Does it make sense to fire a "conditioning coach" due to on field performances by the ball-players..?

Yanks Give Strength and Conditioning Coach Axe

Miller Casualty of Slow Start Despite Short Tenure


AP Sports

ARLINGTON, Texas (May 2) - The New York Yankees fired their strength and conditioning coach Wednesday following a rash of injuries to the pitching staff that has contributed to the team's poor start.

Marty Miller was hired by the Yankees in the offseason as director of performance enhancement. He had been with the club only a few months.

"It got to the point where the perception is there's a problem here," general manager Brian Cashman said.

The 34-year-old Miller will be replaced on an interim basis by Dana Cavalea, who was Miller's assistant.

The latest injury to New York 's depleted staff came Tuesday night, when Phil Hughes carried a no-hitter into the seventh inning of his second major league start before a hamstring injury knocked him out of the game against the Texas Rangers . The 20-year-old right-hander, considered one of the top prospects in baseball, is expected to miss four to six weeks.

18 Answers

  • 1 decade ago
    Best Answer

    i believe so, when your players dont even try during the first half of the season, that goes back to the summer league and how the conditioning coach tried to handle the team

  • 1 decade ago

    I am a die hard Yankees fan but I do think Miller's firing was justified. A lot of the problems have stemmed from hurt players and that can be a sign that he wasn't doing his job. Although, in his defense the beginning of the season was colder than usual and rainy and that is how Matsui and some others got hurt. Moving on, Miller is not the only one responsible - Derek Jeter was quoted as saying that Torre doesn't deserve to be fired because he's not out there playing and pitching and I agree. When you get paid millions of dollars a season you should have more to show for it!!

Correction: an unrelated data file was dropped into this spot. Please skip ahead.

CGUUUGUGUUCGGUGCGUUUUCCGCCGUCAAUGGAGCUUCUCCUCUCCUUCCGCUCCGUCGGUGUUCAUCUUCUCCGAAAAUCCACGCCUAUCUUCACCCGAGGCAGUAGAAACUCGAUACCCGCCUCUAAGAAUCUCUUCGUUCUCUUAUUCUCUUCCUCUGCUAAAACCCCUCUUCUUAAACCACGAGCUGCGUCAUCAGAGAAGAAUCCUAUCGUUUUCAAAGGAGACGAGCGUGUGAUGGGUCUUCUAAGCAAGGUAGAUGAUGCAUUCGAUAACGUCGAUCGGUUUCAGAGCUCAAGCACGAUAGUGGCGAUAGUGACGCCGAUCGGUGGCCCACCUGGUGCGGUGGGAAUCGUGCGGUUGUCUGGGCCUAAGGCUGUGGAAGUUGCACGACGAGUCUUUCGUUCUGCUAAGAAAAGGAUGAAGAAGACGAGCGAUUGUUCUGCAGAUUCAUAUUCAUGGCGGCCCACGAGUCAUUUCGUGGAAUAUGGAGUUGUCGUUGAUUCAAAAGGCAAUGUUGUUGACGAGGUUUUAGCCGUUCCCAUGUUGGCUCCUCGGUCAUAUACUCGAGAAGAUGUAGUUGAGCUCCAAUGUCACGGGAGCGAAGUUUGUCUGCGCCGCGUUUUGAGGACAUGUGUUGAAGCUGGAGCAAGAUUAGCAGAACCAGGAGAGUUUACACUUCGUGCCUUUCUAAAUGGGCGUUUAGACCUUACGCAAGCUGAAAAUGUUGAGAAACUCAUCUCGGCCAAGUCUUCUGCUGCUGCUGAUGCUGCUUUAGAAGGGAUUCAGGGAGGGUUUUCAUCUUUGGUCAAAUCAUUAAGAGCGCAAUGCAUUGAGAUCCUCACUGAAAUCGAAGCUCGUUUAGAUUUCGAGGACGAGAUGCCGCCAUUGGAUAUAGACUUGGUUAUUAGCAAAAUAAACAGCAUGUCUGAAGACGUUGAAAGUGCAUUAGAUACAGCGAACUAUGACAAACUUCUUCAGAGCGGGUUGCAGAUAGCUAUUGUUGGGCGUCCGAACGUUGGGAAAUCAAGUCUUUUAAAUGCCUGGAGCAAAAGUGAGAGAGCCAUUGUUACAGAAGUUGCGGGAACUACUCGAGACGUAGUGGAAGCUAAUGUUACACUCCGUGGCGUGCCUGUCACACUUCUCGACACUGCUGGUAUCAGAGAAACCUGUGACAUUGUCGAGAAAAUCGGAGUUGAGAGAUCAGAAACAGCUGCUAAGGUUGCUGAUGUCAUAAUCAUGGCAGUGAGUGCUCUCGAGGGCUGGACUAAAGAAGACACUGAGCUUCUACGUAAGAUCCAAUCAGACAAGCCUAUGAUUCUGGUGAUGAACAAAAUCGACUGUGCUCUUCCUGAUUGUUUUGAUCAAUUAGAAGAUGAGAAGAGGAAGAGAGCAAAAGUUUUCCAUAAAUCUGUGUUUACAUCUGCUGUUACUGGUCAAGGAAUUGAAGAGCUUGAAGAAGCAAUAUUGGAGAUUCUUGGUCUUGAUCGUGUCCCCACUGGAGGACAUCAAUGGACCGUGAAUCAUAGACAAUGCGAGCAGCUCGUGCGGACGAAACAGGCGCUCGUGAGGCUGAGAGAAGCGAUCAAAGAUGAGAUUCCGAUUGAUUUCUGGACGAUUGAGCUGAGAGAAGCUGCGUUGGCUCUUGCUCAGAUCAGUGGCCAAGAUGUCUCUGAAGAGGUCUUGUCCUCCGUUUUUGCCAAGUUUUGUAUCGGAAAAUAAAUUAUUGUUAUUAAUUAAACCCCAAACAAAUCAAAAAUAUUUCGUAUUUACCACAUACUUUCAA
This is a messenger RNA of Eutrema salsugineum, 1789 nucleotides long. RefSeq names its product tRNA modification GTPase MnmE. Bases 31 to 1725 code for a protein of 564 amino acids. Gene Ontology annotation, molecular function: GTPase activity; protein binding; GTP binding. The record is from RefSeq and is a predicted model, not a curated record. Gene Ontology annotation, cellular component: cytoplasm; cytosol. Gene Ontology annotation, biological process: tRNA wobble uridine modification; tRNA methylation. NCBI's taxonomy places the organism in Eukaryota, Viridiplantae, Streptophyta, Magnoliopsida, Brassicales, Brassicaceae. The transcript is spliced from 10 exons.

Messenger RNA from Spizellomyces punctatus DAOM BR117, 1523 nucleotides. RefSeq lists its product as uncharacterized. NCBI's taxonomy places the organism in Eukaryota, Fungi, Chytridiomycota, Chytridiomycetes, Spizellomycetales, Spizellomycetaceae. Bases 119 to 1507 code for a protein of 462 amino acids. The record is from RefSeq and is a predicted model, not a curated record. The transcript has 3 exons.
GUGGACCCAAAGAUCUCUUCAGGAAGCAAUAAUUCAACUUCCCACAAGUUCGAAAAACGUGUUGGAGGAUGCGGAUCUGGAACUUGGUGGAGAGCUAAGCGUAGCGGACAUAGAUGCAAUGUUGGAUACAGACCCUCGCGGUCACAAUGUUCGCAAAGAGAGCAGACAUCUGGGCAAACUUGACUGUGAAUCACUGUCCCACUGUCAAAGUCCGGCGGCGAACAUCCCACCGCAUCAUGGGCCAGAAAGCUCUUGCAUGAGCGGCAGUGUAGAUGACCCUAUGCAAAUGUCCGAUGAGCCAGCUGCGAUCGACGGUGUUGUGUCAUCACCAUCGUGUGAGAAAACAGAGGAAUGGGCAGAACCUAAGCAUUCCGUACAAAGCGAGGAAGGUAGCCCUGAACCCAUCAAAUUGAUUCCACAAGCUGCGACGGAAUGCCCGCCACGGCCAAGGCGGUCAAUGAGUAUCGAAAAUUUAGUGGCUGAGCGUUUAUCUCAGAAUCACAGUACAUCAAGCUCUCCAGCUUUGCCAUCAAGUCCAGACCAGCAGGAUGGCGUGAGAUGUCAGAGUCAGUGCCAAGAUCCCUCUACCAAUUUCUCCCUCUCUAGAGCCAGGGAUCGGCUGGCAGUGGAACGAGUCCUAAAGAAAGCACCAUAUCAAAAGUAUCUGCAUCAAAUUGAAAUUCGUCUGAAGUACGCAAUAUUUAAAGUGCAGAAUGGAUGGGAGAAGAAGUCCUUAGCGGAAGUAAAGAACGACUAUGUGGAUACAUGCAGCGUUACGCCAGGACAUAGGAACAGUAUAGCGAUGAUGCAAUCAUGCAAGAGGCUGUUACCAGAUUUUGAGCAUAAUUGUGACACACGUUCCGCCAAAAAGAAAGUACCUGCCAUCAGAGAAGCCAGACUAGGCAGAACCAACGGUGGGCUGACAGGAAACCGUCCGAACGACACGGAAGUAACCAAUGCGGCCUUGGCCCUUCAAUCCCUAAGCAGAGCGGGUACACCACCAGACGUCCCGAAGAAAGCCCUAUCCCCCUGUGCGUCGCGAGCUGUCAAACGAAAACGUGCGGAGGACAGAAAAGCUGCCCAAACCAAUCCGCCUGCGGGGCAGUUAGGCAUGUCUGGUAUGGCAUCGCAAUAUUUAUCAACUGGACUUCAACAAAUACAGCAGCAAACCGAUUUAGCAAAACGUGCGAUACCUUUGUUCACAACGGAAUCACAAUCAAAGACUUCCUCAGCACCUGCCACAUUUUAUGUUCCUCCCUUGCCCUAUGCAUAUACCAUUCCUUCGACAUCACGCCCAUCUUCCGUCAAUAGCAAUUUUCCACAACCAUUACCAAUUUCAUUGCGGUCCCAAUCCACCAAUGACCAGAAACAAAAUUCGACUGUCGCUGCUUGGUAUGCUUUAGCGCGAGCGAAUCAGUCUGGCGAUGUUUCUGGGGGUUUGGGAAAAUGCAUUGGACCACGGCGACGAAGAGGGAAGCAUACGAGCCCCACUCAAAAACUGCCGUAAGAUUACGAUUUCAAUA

• 1 decade ago

    It does to a certain degree. When you have a professional responsible for players staying in shape and healthy, then something might be wrong if you go through that many pitchers. Last year was not much different. But looking at the roster, it's almost no surprise that the pitchers are constantly on the DL. Some are old, some are TOO young, and others have been injury plagued throughout their careers. But it is sole purpose to the team to try to fix the problem, and he failed to do so.

  • 1 decade ago

    Even though I think he shouldn't be the only one, I would say yes it does make sense. Isn't it his job to handle the players conditioning? For some reason there have been way too many injuries for this early in the season. The argument could be made to say that they are freak accidents but if the conditioning of the players had been handled better and they did their pre-game stretches correctly then maybe this question wouldn't have been asked.

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  • 1 decade ago

    It's possible. Injuries and ailments can have a lot to do with a players' performance or lack thereof. If you pay $194 million in payroll and 2/3 of your projected starting rotation (Wang, Mussina, Hughes, and Pavano, who is a walking DL waiting to happen) and 2/3 of your starting outfield (Matsui and Damon) is either on the DL or waiting to go on the DL and you're 10-14, something has to give. You can't push athletes too hard and have them not perform because they're hurt most of the time.

  • 1 decade ago

    From what i know of the situation it wasn't strictly on field performance or even all the injuries. That stuff played a part but from what I heard it was more that the players didn't but into his system and the majority of them didn't use it. They had there own trainers and he basically didn't do anything. The one thing I know you can't blame on him is the Hughes injury. Come on, the guy had only been with the team for a week, the minor league had way more to do with him. I don't work for the team or anything, but something had to be done and this guy unfortunately took the fall for it.

  • 1 decade ago

    If you are basing the firing on the "field performances" only the conditioning coach prob. is not the culprit - however If there are a lot of injuries - the conditioning coach is probably not doing a good job.


  • 1 decade ago

    When it comes to a lot of the players getting put on the DL, yes it does. It is the coaches responsibility to make sure the players are in great condition for the stretch.

  • 1 decade ago

    Of course it makes sense. 5 players down with Hamstring injuries in the first few weeks of season in which a new trainer comes in and changes the routine, takes out most of the calistentics and even players are quoted as saying they disagree with the new trainer and try to do their own thing because they don't believe in what he is doing.They don't even run anymore. It's a no brainer. On field performances? Do you even follow the Yanks? It has nothing to do with their performance on field, its due to their injuries from improper training.

  • 1 decade ago

    the firing has less to do with on-field performance than with the fact that half the yankees starting rotation is out with some sort of injury, most of which seem to be "conditioning" issues.

  • Anonymous
    1 decade ago

    It's not about on-field performance. It's about injuries.

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